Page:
You’ve heard of catnip—it’s our feline friends’ favorite plant! How much do you really know about catnip? Below, your vet Marietta, GA goes over some common questions.
What is Catnip, Exactly?
Catnip is an herb, categorized in the same “family” of plants as mint. It grows in the wild, having originated in Europe, and is now found all over the world. The wild plant is a leafy green plant with purple-spotted white flowers.
In a pet store, you’ll find dried and processed catnip that looks much like oregano or other cooking herbs. Catnip can also be included in toys or processed into sprays and other products.
How Does Catnip Affect Cats?
A chemical called nepetalactone, found in the catnip plant’s oils, causes a chemical reaction in a cat’s brain. Cats may run around excitedly for a few minutes or simply relax in a state of euphoria; there are a wide variety of reactions! These effects will typically wear off after just a few minutes.
Why Isn’t My Cat Reacting?
Cats require a gene, inherited from their parents, to respond to catnip. That’s why some don’t react to the herb at all!
For more information, contact your veterinarian Marietta, GA.
Did you know that onions, and foods related to them, are one of the most dangerous pet toxins out there? Our canine companions are the most commonly affected! Your Marietta, GA veterinarian tells you more below.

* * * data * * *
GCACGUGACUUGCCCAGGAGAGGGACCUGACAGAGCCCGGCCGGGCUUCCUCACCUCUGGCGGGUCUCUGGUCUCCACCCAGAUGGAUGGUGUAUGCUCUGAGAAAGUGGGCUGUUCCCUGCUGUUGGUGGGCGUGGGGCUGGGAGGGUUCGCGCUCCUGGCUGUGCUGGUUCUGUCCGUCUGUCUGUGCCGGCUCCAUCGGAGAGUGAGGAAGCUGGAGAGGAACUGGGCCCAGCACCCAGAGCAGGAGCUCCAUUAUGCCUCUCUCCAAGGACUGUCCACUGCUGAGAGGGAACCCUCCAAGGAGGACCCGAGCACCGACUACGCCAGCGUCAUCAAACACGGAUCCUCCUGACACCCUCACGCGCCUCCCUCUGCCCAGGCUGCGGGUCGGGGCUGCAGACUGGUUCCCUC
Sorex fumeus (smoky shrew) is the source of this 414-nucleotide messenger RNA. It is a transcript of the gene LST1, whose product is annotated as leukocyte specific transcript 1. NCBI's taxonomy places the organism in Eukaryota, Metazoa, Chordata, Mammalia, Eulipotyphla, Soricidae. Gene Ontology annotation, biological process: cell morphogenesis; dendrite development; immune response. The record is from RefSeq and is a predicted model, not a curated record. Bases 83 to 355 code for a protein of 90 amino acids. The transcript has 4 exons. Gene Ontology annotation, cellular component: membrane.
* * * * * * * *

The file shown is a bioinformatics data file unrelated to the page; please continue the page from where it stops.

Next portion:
The main danger of onion toxicity is a condition called hemolytic anemia; the toxin causes your dog’s red blood cells to rupture. Associated symptoms include nausea, drooling, vomiting, diarrhea, and—without treatment—seizures and death.
Garlic is even more potent than onions themselves. Other dangerous foods related to onions and garlic include leeks, chives, scallions, and shallots.
Your dog’s stomach may need to be flushed, or vomiting will be induced to rid the system of the toxin. Activated charcoal may also be administered to slow the poison’s absorption. Supportive therapies like fluid replacement or oxygen supplementation may be needed, and blood transfusions are necessary in severe cases.
Of course, it’s best to prevent an episode of onion poisoning entirely. Restrict your dog’s access to onions, garlic, chives, leeks, scallions, and shallots at all costs! Store such foods inside cabinets or the refrigerator.
For more information on onion poisoning, as well as other toxic human foods, call your veterinary clinic Marietta, GA.